Dissertation Research

Title: Latino Leadership in City Hall

Committee Members: Marion Orr (Chair), James Morone, and Kenneth Wong


    Over the last fifteen years, there has been over a 50% increase in the total number of Latinos serving in elected office – from 3,743 in 1996 to 5,740 in 2010. Latinos’ recent electoral success signifies the rapidly changing climate of urban America and poses a new chapter in history for American cities, which experienced previous waves of Italians, Irish, African Americans and others before. How will Latino elected officials’ leadership behaviors relate to the experiences of prior groups’ leaders? How will they represent their community?

    Much of the literature’s theoretical models and assumptions on minority representation are based still primarily on African Americans’ initial entry into politics. In the case of African Americans, it was expected that given the shared history of slavery and racial discrimination, African American elected officials would act on behalf of their community. Latino communities are significantly different from the African American community, however. Latinos in America are diverse, both in their national origins and histories. While over half of Latinos trace their ancestry from Mexico, Latinos also represent other national origin groups including Puerto Rico, Cuba, and Dominican Republic, as well as smaller numbers of other Central American and South American countries. The diversity of Latinos is compounded by the different experiences of the national origin groups, as well as differences within these groups in the United States. For Latinos, given their diversity and relatively weak levels of pan-ethnicity, it may be surprising to find Latino elected leaders with a clear policy agenda for Latinos.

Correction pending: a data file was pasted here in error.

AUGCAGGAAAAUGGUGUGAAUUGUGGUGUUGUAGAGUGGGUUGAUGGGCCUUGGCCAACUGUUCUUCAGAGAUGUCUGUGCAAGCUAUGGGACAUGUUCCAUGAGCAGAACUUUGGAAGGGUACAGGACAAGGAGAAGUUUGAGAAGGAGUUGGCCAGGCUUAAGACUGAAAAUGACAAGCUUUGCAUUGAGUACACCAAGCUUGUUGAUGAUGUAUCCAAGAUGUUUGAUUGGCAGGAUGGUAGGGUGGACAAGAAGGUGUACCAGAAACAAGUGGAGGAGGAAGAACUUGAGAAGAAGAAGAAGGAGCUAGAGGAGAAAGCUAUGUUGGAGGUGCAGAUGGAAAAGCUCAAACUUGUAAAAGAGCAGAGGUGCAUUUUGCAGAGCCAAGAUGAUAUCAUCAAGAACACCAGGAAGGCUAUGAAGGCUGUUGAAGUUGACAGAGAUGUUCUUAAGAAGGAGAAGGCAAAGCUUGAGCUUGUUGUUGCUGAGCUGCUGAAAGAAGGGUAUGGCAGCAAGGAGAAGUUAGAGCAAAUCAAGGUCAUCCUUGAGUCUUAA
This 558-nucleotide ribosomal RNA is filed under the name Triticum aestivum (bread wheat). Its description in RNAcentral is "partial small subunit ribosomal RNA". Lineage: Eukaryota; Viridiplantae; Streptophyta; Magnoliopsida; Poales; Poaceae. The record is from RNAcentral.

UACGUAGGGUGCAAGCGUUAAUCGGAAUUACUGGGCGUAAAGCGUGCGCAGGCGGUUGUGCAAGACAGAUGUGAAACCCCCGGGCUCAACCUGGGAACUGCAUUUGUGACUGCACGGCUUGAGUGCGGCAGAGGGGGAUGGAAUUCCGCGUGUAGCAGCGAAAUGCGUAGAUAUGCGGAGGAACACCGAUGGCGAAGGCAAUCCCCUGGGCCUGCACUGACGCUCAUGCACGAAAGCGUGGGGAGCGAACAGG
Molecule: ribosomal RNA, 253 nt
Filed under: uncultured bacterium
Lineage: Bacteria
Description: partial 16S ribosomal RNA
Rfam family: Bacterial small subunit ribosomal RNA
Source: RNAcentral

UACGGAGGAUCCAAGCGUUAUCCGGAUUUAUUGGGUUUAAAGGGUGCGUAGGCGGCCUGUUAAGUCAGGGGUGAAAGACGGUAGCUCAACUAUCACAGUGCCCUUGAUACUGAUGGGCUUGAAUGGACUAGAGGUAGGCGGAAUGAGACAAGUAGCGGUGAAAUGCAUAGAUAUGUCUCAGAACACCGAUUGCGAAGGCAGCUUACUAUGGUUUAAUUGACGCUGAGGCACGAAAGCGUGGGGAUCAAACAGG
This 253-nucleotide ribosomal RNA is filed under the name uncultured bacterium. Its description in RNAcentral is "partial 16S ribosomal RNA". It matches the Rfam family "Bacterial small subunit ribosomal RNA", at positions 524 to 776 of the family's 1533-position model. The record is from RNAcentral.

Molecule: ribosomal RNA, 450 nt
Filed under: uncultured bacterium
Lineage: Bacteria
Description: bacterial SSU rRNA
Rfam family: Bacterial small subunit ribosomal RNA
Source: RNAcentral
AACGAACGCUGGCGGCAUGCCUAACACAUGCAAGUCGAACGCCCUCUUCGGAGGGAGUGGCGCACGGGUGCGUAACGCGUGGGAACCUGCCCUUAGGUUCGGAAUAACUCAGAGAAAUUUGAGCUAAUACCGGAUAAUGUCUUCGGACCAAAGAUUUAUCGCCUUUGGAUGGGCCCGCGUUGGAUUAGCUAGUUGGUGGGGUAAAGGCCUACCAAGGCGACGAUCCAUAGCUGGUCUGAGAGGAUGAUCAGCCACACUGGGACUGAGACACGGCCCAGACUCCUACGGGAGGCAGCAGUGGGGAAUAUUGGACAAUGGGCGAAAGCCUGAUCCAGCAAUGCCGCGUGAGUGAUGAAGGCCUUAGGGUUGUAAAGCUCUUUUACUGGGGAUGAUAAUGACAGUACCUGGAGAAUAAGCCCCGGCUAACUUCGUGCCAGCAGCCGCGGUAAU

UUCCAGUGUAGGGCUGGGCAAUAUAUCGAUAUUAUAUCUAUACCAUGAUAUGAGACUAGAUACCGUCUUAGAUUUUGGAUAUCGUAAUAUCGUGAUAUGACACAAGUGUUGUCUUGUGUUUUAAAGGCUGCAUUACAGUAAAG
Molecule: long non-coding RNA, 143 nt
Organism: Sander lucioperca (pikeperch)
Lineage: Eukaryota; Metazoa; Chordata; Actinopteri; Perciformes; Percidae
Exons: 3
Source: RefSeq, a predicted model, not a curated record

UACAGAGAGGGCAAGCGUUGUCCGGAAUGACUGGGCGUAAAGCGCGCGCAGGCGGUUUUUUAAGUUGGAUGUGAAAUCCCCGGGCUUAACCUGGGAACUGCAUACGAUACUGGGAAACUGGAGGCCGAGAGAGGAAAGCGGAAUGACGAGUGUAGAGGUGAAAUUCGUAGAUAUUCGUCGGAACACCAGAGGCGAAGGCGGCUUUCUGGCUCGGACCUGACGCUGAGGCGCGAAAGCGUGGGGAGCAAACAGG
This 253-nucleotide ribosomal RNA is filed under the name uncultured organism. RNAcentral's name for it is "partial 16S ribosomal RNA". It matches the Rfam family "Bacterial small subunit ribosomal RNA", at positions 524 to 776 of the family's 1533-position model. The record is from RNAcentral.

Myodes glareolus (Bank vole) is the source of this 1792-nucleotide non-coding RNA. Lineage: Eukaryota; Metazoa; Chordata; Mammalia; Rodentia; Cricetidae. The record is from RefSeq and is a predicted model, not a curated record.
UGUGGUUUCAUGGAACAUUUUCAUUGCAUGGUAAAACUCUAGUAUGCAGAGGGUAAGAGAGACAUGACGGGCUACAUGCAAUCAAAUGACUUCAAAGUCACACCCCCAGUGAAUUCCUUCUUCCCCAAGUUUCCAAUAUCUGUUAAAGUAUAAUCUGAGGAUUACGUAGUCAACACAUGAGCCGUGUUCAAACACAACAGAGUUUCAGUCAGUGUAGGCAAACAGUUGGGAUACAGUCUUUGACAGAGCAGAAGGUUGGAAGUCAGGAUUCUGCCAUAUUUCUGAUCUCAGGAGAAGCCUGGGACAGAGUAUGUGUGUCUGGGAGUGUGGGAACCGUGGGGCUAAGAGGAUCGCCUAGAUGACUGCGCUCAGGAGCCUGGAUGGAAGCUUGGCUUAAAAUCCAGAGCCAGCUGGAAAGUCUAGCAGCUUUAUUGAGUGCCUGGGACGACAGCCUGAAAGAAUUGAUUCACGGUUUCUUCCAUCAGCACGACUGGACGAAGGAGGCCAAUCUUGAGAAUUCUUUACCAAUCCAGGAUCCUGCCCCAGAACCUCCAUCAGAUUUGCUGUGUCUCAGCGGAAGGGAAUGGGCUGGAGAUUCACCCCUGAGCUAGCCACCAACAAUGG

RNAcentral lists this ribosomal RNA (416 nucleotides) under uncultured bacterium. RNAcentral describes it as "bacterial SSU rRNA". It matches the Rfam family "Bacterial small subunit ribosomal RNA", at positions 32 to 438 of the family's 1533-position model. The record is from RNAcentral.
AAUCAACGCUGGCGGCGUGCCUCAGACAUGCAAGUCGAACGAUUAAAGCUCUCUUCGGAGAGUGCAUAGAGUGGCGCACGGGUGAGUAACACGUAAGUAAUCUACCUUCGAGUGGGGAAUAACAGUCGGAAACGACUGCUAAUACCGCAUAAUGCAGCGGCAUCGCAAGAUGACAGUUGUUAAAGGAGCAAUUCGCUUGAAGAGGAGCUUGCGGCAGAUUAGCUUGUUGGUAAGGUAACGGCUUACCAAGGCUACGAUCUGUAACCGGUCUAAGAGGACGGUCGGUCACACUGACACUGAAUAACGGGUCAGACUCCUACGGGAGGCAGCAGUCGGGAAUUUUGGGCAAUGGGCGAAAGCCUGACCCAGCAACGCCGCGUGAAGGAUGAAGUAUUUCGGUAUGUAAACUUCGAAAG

The focus of my dissertation is on the following research question: Under what conditions do local Latino elected officials act as a voice and advocate for Latino communities? Central to this question, I ask: do local Latino elected officials view themselves as representatives of a identifiable or unifed Latino community? What do they, as leaders, view as their role in representing their ethnic community? As a diverse population with weak ties, how does leadership vary in urban areas nationwide? What local factors influence their leaders' ideas on representation?

    To address these questions, I undertake a multi-level analysis focusing on conditions related to the leadership behavior of local Latino elected officials. I begin with national focus - data was collected and examined though an original telephone and online surveys personally completed with local Latino elected officials regarding their backgrounds, contexts, beliefs, and actions. Additionally, through a series of three local-level case studies of Latino elected officials in New England I collect qualitative research to provide additional context and more closely examine the mechanisms behind the national findings.